The humiliation that the national soccer team suffered at the hands of the Zimbabwean national soccer team, Warriors, on Sunday was received with recriminations as many Liberians are asking why it happened.
And of course, those who asked the question were right to some extent to demand to know why the country that produced one of the best soccer players in the world, only a few years ago, is unable to hold itself against unsung countries in competitive encounters, even when the opportunity is there to see.
But I think one question that should be asked is: Why should Lone Star win? The answer to this question should explain the reason Lone Star should defeat the Warriors.
Consider these further questions: Has the national league produced quality footballers that Liberia can depend on in international encounters? Since most of the players were local materials, meaning they are players from the national league, does it mean that the 3-0 defeat indicates that our local coaches are not living up to their qualifications as CAF License A and B coaches?
Are the coaches in failing to apply what they learnt during their professional training as coaches that they earned the CAF License A and B Certificates? Enough with the questions, right?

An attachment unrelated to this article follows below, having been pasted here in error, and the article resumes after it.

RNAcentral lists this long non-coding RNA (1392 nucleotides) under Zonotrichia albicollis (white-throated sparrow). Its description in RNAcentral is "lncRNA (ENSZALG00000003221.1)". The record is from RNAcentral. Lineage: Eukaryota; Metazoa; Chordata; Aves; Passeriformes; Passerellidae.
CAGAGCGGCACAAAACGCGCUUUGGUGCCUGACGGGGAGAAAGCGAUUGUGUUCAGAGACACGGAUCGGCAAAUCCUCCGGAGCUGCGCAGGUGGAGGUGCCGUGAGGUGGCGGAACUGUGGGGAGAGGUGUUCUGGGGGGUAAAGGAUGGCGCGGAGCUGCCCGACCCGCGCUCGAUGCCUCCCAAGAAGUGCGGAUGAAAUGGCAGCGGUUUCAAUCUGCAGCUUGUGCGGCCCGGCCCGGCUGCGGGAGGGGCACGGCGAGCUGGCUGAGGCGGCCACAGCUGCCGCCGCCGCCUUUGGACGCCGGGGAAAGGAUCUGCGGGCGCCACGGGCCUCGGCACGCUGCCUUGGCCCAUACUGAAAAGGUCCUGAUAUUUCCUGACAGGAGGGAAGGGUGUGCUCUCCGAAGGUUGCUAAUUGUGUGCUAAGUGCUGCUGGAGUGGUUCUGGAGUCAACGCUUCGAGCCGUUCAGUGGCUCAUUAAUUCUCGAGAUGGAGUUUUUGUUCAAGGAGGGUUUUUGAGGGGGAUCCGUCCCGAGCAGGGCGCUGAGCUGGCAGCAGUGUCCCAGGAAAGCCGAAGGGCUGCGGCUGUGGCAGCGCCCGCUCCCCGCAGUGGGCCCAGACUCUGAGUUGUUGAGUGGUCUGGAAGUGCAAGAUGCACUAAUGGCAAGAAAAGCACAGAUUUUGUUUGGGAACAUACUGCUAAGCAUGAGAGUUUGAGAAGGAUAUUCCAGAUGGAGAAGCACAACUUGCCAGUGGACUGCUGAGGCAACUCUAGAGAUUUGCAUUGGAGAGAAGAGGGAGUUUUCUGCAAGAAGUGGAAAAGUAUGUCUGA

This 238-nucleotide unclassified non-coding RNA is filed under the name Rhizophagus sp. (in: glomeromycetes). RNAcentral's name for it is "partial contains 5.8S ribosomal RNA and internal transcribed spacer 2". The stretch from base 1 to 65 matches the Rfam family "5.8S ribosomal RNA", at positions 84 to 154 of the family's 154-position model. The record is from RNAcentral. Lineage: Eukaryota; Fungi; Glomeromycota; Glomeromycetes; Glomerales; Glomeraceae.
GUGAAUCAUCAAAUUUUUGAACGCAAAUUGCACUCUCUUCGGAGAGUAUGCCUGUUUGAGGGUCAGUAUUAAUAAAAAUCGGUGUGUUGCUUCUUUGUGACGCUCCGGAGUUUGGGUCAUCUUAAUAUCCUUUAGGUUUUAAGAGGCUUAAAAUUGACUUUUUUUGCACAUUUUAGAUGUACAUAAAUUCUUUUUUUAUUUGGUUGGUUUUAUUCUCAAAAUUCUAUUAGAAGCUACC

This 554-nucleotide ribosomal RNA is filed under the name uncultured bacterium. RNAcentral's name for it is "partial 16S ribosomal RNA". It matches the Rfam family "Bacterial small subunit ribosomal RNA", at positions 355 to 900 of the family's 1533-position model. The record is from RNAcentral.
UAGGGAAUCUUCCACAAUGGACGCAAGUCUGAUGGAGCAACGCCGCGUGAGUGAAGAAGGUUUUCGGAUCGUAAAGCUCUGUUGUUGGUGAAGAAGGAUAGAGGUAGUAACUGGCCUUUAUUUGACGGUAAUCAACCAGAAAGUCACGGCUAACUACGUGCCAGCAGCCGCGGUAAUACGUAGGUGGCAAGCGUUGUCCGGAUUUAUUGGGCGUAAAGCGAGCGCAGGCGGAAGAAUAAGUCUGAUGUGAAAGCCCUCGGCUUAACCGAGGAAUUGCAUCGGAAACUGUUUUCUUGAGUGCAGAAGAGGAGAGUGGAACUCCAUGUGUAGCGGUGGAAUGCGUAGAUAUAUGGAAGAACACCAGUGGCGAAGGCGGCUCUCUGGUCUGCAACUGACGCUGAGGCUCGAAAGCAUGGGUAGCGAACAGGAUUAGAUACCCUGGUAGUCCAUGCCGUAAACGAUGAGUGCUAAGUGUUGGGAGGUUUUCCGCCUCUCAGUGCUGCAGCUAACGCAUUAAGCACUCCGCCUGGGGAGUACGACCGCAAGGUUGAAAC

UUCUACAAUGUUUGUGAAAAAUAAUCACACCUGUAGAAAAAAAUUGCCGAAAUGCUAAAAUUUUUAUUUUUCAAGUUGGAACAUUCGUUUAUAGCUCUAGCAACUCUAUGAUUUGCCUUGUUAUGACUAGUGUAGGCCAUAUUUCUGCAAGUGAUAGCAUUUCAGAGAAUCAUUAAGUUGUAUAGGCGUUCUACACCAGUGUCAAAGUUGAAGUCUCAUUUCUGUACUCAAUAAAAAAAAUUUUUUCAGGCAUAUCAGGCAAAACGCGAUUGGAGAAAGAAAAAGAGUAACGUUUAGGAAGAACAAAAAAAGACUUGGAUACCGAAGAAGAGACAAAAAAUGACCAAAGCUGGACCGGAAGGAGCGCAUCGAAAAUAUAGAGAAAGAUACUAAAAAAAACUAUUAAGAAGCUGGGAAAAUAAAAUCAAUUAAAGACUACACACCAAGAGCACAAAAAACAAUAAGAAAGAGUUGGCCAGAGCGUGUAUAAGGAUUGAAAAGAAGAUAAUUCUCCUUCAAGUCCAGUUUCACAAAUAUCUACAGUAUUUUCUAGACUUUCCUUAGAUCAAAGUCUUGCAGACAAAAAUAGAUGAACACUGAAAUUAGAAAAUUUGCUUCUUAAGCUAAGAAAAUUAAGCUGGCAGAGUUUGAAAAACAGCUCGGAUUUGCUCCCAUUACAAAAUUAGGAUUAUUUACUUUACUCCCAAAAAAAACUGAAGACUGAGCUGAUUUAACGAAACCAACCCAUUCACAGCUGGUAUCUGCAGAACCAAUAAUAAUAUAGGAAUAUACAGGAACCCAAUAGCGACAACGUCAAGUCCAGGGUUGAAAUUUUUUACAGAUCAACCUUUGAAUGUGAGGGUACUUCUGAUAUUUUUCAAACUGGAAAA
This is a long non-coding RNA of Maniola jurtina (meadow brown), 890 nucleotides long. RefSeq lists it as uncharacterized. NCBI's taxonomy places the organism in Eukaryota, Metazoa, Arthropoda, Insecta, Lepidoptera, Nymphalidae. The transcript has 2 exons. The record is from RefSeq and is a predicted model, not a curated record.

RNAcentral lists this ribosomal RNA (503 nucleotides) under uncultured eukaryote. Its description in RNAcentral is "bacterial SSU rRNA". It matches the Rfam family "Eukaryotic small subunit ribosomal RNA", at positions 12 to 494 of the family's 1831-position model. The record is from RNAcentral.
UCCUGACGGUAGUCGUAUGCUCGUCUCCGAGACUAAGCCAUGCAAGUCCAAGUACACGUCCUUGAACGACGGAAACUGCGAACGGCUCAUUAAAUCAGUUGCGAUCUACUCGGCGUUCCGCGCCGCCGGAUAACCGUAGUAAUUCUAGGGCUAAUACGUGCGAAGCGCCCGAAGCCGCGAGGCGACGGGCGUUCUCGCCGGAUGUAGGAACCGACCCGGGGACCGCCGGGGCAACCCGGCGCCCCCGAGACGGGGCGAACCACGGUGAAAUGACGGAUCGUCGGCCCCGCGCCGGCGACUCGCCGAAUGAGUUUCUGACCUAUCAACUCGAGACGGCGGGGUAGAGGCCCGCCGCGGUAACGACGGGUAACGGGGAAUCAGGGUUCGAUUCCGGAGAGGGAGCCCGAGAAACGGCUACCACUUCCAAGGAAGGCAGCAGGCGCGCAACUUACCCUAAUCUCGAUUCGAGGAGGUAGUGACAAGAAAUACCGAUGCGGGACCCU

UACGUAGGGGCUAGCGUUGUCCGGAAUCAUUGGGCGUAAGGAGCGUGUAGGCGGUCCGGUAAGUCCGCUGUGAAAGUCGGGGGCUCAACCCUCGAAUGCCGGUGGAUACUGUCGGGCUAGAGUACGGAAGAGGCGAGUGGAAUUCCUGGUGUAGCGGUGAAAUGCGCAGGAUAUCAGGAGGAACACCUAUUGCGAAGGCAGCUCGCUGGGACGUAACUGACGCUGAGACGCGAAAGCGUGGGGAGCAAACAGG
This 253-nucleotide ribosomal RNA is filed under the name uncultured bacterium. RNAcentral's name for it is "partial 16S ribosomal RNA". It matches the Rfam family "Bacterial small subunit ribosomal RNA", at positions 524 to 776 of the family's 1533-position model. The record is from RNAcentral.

On the field of play, a report by LBS’s Kolubah Zayzay, who was with the players, indicates that the members of the national team were unable to exert their authority on the pitch and along with faulty passes the players up front were unable to threaten their opponents’ defense, except at least on one occasion.
Another question: How prepared was the national team against Zimbabwe? Please recall that when the CAF’s and FIFA’s windows that allowed national teams to play friendly matches came, several months before last Sunday’s game in Harare, Liberia did not take advantage of it.
It was only some days to the game that a local team was selected to play a friendly against Sierra Leone in Monrovia. In that match careful observers should have recognized that Lone Star managed a 1-0 victory, the goal coming in the 79th minute. And so playing before a home crowd, and at their favorite field, Lone Star players could not take over the game.
Now with little preparation, since it is not possible for the national team players to be in Liberia all at once at least three weeks before any encounter, many who are crying why Lone Star lost should have realized that anything in life for which you fail to plan, it goes without saying that it is a recipe for disaster or failure.
Liberia’s next match is against DR Congo in Monrovia, next March, and I bet you that no preparation will be done until two weeks before the match. When that happens, what would you expect? Answer that question for yourself.